I awaken early and steal into the kitchen, careful to minimize any sounds that might jolt the world around me out of its slumber. Mornings should be quiet, peaceful, serene.

For the forty-some-odd years I spent with my late wife, I took care to avoid making noise that would disturb her when she was sleeping. My normal habits—going to bed after she went to sleep and arising the next day before she did—could have been irritating and distracting, but I took great care to let her sleep in peace. It’s a practice I continued when she was in the hospital and in rehabilitation centers; even when I was alone, I crept around the house, careful to avoid noise and light that might have awakened her. I still do, though the world has changed for me. Now, I try to protect someone else from unnecessary light and sound.

Some mornings, like this one, I dwell on how important it was, and is, that my early morning habits not intrude on people who should not suffer my moody recollections. Some mornings I want to scream at the world. I want to slam pots and pans on the granite counter and break glasses in the sink. I want to howl, as if that might release the pent-up anger and pain that resides deep in me like a permanent burning ember, searing my gut. There’s nothing to be done, though, to release those scorching, scalding emotions. Only time can do that; and maybe time is not even powerful enough to completely erase them.

So I hold onto myself; I refuse to let the shouts and screams and howls escape from me, because mornings should be quiet, peaceful, serene. Somehow, I will hold those noises inside. The only evidence of the emotions that clamor to be released on the world are tears that stream down my face. Even those will be dry before morning light bathes darkness and sends it away for another night. And the day will progress as usual. It will unfold as if the howls and screams and tears and rage against something unknown were just imaginary beasts that died and disappeared when the sun rose.


The good news is that my brother, who has been in hospital ICU and cardiac intensive care units for several days, is out of the hospital. The catheterization and implantation of a pacemaker went well and he is feeling good. I’ll arrange for a video call with all my siblings and spouses/partners for Saturday so we can celebrate. Though we can’t be together physically, we can all join in to celebrate electronically. We all should celebrate one anothers’ presence on a regular basis.  When I say “we,” I mean the collective “we.” As in all people. Life is too short to allow celebrations to wait; they should take place every day.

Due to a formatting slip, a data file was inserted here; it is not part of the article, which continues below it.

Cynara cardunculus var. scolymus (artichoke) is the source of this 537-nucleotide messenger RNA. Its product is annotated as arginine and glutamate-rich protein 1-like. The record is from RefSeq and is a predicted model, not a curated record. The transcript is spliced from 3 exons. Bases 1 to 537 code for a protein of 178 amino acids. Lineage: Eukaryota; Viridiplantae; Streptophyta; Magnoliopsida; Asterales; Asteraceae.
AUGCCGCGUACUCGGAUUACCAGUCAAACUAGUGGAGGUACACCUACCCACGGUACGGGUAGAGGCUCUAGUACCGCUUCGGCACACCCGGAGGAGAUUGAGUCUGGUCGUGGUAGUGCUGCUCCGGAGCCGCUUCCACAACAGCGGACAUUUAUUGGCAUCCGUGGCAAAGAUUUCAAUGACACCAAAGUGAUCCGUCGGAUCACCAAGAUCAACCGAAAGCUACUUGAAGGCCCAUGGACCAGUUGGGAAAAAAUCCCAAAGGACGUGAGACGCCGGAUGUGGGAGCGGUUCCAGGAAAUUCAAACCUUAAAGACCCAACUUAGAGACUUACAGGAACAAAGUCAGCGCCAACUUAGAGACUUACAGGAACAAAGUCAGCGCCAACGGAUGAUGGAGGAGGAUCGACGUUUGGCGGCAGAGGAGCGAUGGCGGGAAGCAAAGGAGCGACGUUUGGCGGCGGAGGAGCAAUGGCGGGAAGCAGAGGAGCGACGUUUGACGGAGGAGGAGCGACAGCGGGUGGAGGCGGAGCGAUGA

My life is improving with each passing day, thanks to my IC. She provides motivation for me to get on about the work of making this house as livable as possible. Today, a handyman will come over; I will give him a long list of projects to tackle. He only has two free days, so he will not get to everything right away, but he will make a nice dent in projects that I have put off for far too long. Some are minor, almost unnoticeable. Others will dramatically change the environment of the house for the better. I’ve just been lazy and too frugal and unsure of whether I wanted to invest in a place I might leave soon. Her motivation has let me break through those obstacles; whether we leave it or not, we’ll make it a better place for ourselves or someone else.